Tuesday, June 1, 2010

Primavera Sound Wrap-Up (Friday, May 28th)

After Thursday's unexpectedly salvage ending, I was left wondering if my body could withstand another two days of increasingly exhausting abuse.  A few pots of coffee later and enough junk food to sink a small boat, I was set for Round 2!

The New Pornographers (18:15)
Nothing dampens the day as much as finding yourself watching a band that you've seen enough times to know exactly what to expect from their live performances.  The only thing which made this set strikingly different from other occasions, was the noise level in which they decided to play material from their new album Together. Approaching these songs more aggressively was perhaps a strategy in trying to make up for the lack of not having Neko Case and Dan Bejar on stage to contribute their unparalleled voices to the giant wave of sound that is a New Pornographers show.  The absence of fan favorites from Mass Romantic and Electric Version was a big let down, but Carl Newman and company still managed to throw together a decent enough set to kick off the evening.

Best Coast (19:15)
Oh the risks of seeing a hype band!  One's personal expectations can sometimes be so high that you're pretty much setting yourself up to be disappointed, but Best Coast's brief and dry set didn't seem to conjure up any sort of marked emotions from the mostly watery public.  The Balearic and low-fi feel of their material seemed to be washed out in a quite standard sound and instrumentation, which choose to concentrate more on lead singer Bethany's disinterested delivery than in creating even a drop of vibrancy or variation.

Condo Fucks (20:30)
After hearing Condo Fucks' clamoring take on garage classics, I finally understood why some people actually choose to go to concerts with earplugs on.  This drenching live experience was at first hard to associate with the familiar faces on the stage, but the excellence of Ira Kaplan's ear for making the most of analog feedback effects was one of the most distinctive features of the set.  Cleverly choosing a wide array of different rhythms and approaches to a more or less straightforward genre, helped keep the mood fresh and engaging throughout this electrifying indulgence.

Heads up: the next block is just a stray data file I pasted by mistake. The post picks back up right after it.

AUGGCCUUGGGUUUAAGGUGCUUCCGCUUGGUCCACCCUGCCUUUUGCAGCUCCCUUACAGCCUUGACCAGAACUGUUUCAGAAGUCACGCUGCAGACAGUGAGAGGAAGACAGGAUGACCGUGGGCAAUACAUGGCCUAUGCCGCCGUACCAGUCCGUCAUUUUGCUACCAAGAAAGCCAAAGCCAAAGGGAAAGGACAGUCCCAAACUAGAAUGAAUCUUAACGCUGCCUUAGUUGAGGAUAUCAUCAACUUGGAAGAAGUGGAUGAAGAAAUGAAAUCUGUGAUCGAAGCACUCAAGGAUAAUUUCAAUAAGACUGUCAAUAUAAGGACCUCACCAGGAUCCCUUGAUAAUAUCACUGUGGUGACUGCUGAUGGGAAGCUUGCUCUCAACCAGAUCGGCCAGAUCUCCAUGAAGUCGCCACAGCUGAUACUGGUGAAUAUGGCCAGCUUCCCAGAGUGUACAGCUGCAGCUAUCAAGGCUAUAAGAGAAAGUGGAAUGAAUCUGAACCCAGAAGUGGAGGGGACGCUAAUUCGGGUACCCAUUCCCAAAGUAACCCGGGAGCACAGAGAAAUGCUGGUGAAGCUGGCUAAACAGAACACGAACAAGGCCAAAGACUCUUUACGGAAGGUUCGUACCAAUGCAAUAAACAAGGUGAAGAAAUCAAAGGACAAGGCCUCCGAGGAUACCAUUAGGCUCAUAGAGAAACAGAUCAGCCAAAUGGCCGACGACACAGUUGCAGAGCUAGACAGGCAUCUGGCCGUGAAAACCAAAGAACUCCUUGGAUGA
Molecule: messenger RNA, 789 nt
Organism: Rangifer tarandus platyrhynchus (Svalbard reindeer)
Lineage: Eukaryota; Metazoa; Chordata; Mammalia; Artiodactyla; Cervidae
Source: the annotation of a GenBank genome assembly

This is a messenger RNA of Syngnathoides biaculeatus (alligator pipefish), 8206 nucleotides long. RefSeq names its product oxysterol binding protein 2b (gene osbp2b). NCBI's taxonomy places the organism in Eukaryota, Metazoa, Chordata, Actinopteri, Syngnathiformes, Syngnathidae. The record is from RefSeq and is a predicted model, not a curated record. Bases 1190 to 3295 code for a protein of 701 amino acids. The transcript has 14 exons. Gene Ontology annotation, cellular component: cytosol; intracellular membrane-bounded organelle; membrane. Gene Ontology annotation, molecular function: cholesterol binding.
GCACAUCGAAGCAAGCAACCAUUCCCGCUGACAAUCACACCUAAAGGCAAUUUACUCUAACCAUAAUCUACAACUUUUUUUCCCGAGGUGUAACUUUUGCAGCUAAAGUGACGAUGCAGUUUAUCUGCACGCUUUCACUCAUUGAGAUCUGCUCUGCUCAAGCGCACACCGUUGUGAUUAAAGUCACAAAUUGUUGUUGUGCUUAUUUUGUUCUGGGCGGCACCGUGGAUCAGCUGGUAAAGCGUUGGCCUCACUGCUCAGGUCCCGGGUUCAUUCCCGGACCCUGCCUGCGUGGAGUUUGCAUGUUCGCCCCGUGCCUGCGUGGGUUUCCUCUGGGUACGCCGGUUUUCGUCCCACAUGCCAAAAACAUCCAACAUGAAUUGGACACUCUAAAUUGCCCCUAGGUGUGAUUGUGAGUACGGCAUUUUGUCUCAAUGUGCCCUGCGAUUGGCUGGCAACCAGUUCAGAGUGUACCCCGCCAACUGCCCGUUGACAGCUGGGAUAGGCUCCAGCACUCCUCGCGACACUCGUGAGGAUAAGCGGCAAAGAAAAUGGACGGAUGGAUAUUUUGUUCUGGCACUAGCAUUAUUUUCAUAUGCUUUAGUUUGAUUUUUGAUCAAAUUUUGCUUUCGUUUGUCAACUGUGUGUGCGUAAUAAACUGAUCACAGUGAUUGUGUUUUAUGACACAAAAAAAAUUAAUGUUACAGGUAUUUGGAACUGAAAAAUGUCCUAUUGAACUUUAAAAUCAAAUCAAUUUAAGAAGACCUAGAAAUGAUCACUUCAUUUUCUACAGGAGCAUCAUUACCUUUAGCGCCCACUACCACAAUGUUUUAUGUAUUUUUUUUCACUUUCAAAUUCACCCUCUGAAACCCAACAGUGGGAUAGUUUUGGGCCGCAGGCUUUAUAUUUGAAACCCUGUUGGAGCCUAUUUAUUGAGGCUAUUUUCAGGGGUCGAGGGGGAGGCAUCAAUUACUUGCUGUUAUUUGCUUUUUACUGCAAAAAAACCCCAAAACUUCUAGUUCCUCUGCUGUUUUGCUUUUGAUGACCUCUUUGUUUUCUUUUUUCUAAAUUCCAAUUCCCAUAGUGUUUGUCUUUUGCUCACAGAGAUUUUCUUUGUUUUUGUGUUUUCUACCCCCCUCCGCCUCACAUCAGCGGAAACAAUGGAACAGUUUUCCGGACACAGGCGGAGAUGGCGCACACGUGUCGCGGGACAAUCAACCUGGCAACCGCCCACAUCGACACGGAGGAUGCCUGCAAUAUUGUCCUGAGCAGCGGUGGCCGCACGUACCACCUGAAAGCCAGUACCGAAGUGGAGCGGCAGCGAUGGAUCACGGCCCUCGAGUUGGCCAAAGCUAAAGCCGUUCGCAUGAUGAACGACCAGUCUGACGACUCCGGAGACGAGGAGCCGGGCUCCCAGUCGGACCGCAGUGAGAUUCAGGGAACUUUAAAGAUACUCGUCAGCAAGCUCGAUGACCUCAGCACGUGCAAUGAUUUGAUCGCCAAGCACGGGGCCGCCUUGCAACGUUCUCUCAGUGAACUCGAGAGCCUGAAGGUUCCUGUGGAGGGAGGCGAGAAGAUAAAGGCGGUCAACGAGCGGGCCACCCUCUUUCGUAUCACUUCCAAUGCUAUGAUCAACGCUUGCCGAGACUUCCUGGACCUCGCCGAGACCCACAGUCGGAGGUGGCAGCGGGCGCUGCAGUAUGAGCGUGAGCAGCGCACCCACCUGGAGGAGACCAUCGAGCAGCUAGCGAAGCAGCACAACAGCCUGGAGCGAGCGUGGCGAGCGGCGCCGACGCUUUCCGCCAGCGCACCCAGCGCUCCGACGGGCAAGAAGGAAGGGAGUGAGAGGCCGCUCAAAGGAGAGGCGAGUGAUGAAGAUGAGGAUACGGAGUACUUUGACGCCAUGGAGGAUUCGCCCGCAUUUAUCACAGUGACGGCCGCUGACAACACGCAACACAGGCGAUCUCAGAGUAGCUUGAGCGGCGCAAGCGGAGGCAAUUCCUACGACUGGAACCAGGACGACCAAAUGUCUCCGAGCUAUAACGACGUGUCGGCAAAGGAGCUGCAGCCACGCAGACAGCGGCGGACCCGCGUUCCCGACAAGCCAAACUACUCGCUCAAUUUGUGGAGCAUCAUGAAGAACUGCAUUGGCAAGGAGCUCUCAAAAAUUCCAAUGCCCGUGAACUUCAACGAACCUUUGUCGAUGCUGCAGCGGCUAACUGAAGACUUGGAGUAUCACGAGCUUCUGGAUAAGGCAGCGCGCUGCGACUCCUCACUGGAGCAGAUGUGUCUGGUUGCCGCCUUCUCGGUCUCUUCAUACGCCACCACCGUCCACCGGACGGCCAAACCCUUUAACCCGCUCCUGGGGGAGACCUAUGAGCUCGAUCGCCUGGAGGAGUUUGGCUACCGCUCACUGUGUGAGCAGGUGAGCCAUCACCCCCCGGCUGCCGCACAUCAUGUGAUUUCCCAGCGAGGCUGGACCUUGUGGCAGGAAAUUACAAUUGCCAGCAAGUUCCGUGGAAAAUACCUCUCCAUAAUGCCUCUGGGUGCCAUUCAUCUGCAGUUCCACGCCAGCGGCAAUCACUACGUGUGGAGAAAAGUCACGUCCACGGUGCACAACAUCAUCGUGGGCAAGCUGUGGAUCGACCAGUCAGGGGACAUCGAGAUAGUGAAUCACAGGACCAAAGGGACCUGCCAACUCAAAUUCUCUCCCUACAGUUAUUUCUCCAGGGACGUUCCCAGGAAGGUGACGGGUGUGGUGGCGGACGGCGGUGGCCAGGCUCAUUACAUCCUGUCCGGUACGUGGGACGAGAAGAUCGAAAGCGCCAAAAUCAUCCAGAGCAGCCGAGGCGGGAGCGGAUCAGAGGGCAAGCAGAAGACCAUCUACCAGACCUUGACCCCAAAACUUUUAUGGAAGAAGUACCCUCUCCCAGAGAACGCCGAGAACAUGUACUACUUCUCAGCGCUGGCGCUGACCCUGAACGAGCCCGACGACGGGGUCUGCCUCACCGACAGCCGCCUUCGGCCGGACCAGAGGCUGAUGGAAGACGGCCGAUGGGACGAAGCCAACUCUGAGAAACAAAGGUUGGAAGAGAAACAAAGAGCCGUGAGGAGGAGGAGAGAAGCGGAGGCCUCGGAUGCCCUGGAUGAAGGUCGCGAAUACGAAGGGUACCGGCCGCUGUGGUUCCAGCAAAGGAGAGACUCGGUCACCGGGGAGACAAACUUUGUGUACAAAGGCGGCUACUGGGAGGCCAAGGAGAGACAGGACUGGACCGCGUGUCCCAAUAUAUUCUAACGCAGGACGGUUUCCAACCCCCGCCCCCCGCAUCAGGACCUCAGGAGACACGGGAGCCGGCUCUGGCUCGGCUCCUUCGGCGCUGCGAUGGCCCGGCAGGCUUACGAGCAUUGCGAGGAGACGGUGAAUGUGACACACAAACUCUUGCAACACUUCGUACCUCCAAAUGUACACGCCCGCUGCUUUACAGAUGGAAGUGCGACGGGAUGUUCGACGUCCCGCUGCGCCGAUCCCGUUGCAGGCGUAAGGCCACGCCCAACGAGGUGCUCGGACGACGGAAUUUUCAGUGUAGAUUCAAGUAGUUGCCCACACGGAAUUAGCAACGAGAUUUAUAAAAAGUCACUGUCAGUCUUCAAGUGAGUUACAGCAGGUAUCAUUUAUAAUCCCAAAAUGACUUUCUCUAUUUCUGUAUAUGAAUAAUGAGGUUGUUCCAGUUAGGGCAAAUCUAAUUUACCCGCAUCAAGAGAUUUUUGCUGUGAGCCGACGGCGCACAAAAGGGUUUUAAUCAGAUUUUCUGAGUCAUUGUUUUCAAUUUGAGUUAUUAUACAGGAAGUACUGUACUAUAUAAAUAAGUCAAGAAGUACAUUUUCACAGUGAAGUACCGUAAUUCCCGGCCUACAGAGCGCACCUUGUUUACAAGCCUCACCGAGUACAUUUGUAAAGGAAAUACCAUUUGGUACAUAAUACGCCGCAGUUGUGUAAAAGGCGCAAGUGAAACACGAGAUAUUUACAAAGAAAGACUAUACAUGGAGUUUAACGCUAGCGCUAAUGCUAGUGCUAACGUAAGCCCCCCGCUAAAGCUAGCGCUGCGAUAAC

Beach House (21:40)
Front woman Victoria Legrand has managed to turn herself  -with only two albums worth of exquisite material- into one of the most distinctive voices and forces in indie pop.  Drawing from the 60s orchestral flairs of groups like The Zombies and Nico, this perfectly sounding translation of moody and intimate dream pop onto the big stage was one of the definite highlights of the entire festival.  Gems like "Used to Be" and "Gila" glided through with a mastery that made each rise and fall more climatic than the next. By filling in all the empty spaces of the densely packed amphitheater with the softest of nuances, Beach House demonstrated their expertise and how they have pushed themselves musically in so many ways with so little time.

The Pixies (1:15)
The idea of getting excited about a reunited band that hasn´t released any new albums for more than a decade, and that has said on numerous occasions that their reasons for touring are purely financial, may strike some as pathetic blind devotion, but when you´re talking about a force as imposing and influential as The Pixies, all preexisting ideals get thrown out the window.  Yes, Frank Blank and company may have labored through a greatest hits set and there was definitely still some visible tension in how the band members interacted with one another, but the punch and determination behind each one of the their classic songs was exactly what the crowd wanted and received.  Free from any sort of spontaneity or originality, the set list centered on keeping within the boundaries of the original recorded material but I guess we should be content with just having been witnesses to such a display of potency and drive.

Joker (2:45)
Massively thick and saturating bass, served with a dash of melodic trills, and a stale MC on the side that you tried to forget was there, were the basic elements of Joker's intensely satisfying set which included few departures away from the roaring dub-step we've come to love from this up and coming urban star.  Though the crowd may have seemed confused at times with how to react to the darker moments in his mostly upbeat performance, Joker's crafted and pronounced mixing kept most of his listeners captivated and wanting more after a set that seemed to cruse through every transition with increasing ease.

Mujeres (4:00)
This local band's take on indie punk might not have been the most innovative music of the evening, but they indubitably showed that they could enliven big crowds- who for the most part had not heard them before- with little effort.  A beaming cover of "Run Run Run" which included a barrage of audience members joining the group on stage, was a memorable end to an evening which featured very little in the way in the way of disappointment but faltered in not delivering any fresh surprises.

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